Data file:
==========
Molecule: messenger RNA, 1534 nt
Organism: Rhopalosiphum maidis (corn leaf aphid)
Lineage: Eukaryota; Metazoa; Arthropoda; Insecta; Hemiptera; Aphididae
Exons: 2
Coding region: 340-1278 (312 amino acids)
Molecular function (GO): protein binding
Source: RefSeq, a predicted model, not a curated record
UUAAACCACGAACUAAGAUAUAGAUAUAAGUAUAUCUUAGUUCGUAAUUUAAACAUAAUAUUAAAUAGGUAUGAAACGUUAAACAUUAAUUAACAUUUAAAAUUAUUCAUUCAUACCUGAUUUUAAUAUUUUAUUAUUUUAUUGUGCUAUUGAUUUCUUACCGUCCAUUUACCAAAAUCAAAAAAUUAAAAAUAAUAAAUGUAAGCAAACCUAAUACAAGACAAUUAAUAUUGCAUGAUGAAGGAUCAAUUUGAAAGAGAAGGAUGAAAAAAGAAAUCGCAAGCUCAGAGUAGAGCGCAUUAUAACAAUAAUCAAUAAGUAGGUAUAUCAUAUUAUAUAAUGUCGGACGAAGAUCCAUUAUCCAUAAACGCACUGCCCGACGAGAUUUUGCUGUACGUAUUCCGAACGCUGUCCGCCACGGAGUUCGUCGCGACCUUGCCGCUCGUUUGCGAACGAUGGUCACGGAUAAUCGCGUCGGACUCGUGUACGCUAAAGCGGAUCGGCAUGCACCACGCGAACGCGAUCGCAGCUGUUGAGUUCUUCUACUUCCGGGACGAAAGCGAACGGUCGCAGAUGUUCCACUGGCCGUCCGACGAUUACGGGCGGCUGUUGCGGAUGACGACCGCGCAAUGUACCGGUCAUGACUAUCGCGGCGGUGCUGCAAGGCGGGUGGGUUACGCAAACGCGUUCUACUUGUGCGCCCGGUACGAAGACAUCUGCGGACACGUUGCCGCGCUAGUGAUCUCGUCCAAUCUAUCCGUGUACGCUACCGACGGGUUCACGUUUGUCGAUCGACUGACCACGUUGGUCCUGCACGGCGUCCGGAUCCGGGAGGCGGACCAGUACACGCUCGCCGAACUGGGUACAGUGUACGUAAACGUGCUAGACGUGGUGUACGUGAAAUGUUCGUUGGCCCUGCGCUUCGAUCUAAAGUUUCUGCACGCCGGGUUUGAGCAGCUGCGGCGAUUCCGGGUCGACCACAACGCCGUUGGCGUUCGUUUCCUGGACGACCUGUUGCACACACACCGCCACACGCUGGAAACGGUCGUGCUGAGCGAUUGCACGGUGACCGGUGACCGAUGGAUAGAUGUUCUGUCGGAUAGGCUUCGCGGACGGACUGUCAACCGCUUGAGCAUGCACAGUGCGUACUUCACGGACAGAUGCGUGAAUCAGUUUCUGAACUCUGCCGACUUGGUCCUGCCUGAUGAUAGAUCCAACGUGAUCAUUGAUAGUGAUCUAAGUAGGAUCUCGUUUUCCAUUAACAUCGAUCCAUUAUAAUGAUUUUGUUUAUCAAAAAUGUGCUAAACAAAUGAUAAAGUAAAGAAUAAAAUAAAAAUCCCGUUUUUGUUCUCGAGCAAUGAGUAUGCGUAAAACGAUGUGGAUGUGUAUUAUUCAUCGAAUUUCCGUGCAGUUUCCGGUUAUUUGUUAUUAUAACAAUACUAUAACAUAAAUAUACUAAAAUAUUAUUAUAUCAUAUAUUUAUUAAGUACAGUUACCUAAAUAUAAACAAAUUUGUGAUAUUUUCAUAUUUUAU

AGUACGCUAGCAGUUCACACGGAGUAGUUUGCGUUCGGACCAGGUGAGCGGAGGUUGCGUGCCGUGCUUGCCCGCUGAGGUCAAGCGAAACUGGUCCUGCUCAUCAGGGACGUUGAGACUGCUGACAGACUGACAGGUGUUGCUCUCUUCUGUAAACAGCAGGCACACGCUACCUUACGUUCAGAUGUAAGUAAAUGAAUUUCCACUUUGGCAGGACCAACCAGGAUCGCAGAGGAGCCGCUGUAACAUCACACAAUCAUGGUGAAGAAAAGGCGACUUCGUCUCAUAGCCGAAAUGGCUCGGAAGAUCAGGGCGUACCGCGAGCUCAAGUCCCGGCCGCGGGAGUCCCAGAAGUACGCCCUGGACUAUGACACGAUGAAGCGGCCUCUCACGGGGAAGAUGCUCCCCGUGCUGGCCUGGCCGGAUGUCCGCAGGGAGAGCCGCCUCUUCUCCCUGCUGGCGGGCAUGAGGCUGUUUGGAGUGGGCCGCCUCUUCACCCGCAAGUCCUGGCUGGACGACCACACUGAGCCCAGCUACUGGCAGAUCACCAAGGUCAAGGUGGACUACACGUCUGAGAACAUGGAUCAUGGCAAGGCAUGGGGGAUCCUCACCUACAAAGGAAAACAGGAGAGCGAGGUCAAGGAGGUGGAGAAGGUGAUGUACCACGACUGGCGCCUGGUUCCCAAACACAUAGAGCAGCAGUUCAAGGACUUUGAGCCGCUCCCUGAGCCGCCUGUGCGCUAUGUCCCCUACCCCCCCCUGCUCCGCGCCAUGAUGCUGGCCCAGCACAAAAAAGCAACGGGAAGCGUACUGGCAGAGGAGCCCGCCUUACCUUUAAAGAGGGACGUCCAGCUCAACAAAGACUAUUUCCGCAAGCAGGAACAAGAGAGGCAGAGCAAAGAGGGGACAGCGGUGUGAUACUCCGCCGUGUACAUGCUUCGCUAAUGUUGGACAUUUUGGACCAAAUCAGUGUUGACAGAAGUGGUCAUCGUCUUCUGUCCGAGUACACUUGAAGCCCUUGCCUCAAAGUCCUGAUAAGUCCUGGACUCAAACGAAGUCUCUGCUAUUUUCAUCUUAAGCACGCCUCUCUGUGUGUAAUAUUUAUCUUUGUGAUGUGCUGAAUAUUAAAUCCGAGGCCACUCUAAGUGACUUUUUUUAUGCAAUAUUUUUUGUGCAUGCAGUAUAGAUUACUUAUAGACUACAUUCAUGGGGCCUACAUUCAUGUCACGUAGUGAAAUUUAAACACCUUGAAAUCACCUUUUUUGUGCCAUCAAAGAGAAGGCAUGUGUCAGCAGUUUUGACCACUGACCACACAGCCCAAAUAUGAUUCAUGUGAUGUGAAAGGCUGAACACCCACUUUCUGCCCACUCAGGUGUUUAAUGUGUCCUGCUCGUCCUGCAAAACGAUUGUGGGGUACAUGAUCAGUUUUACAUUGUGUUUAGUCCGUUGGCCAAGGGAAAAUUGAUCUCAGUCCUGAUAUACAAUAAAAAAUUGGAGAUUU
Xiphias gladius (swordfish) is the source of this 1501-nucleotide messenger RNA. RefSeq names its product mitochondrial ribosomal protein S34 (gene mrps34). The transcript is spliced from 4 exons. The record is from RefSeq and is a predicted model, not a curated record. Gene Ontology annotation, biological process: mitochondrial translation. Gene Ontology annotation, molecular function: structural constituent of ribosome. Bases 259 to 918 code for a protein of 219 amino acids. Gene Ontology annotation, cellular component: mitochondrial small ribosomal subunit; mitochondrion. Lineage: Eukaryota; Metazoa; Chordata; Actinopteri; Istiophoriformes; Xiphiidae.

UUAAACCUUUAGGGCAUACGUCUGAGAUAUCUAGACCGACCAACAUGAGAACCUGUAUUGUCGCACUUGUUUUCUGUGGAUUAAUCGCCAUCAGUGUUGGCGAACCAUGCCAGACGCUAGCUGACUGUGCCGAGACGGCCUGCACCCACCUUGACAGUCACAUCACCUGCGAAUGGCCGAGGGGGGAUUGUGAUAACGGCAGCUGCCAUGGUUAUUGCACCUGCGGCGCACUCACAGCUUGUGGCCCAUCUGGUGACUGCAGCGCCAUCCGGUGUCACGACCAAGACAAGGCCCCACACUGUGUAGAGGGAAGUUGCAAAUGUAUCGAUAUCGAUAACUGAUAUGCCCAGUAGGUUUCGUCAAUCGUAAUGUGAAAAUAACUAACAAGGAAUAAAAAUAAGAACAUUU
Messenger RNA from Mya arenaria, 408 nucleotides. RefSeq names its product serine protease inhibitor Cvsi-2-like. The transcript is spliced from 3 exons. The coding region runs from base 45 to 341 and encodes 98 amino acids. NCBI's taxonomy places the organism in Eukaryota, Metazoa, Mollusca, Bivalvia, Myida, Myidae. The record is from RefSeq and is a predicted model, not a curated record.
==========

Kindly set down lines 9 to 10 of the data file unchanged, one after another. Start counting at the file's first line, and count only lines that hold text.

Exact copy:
AGUACGCUAGCAGUUCACACGGAGUAGUUUGCGUUCGGACCAGGUGAGCGGAGGUUGCGUGCCGUGCUUGCCCGCUGAGGUCAAGCGAAACUGGUCCUGCUCAUCAGGGACGUUGAGACUGCUGACAGACUGACAGGUGUUGCUCUCUUCUGUAAACAGCAGGCACACGCUACCUUACGUUCAGAUGUAAGUAAAUGAAUUUCCACUUUGGCAGGACCAACCAGGAUCGCAGAGGAGCCGCUGUAACAUCACACAAUCAUGGUGAAGAAAAGGCGACUUCGUCUCAUAGCCGAAAUGGCUCGGAAGAUCAGGGCGUACCGCGAGCUCAAGUCCCGGCCGCGGGAGUCCCAGAAGUACGCCCUGGACUAUGACACGAUGAAGCGGCCUCUCACGGGGAAGAUGCUCCCCGUGCUGGCCUGGCCGGAUGUCCGCAGGGAGAGCCGCCUCUUCUCCCUGCUGGCGGGCAUGAGGCUGUUUGGAGUGGGCCGCCUCUUCACCCGCAAGUCCUGGCUGGACGACCACACUGAGCCCAGCUACUGGCAGAUCACCAAGGUCAAGGUGGACUACACGUCUGAGAACAUGGAUCAUGGCAAGGCAUGGGGGAUCCUCACCUACAAAGGAAAACAGGAGAGCGAGGUCAAGGAGGUGGAGAAGGUGAUGUACCACGACUGGCGCCUGGUUCCCAAACACAUAGAGCAGCAGUUCAAGGACUUUGAGCCGCUCCCUGAGCCGCCUGUGCGCUAUGUCCCCUACCCCCCCCUGCUCCGCGCCAUGAUGCUGGCCCAGCACAAAAAAGCAACGGGAAGCGUACUGGCAGAGGAGCCCGCCUUACCUUUAAAGAGGGACGUCCAGCUCAACAAAGACUAUUUCCGCAAGCAGGAACAAGAGAGGCAGAGCAAAGAGGGGACAGCGGUGUGAUACUCCGCCGUGUACAUGCUUCGCUAAUGUUGGACAUUUUGGACCAAAUCAGUGUUGACAGAAGUGGUCAUCGUCUUCUGUCCGAGUACACUUGAAGCCCUUGCCUCAAAGUCCUGAUAAGUCCUGGACUCAAACGAAGUCUCUGCUAUUUUCAUCUUAAGCACGCCUCUCUGUGUGUAAUAUUUAUCUUUGUGAUGUGCUGAAUAUUAAAUCCGAGGCCACUCUAAGUGACUUUUUUUAUGCAAUAUUUUUUGUGCAUGCAGUAUAGAUUACUUAUAGACUACAUUCAUGGGGCCUACAUUCAUGUCACGUAGUGAAAUUUAAACACCUUGAAAUCACCUUUUUUGUGCCAUCAAAGAGAAGGCAUGUGUCAGCAGUUUUGACCACUGACCACACAGCCCAAAUAUGAUUCAUGUGAUGUGAAAGGCUGAACACCCACUUUCUGCCCACUCAGGUGUUUAAUGUGUCCUGCUCGUCCUGCAAAACGAUUGUGGGGUACAUGAUCAGUUUUACAUUGUGUUUAGUCCGUUGGCCAAGGGAAAAUUGAUCUCAGUCCUGAUAUACAAUAAAAAAUUGGAGAUUU
Xiphias gladius (swordfish) is the source of this 1501-nucleotide messenger RNA. RefSeq names its product mitochondrial ribosomal protein S34 (gene mrps34). The transcript is spliced from 4 exons. The record is from RefSeq and is a predicted model, not a curated record. Gene Ontology annotation, biological process: mitochondrial translation. Gene Ontology annotation, molecular function: structural constituent of ribosome. Bases 259 to 918 code for a protein of 219 amino acids. Gene Ontology annotation, cellular component: mitochondrial small ribosomal subunit; mitochondrion. Lineage: Eukaryota; Metazoa; Chordata; Actinopteri; Istiophoriformes; Xiphiidae.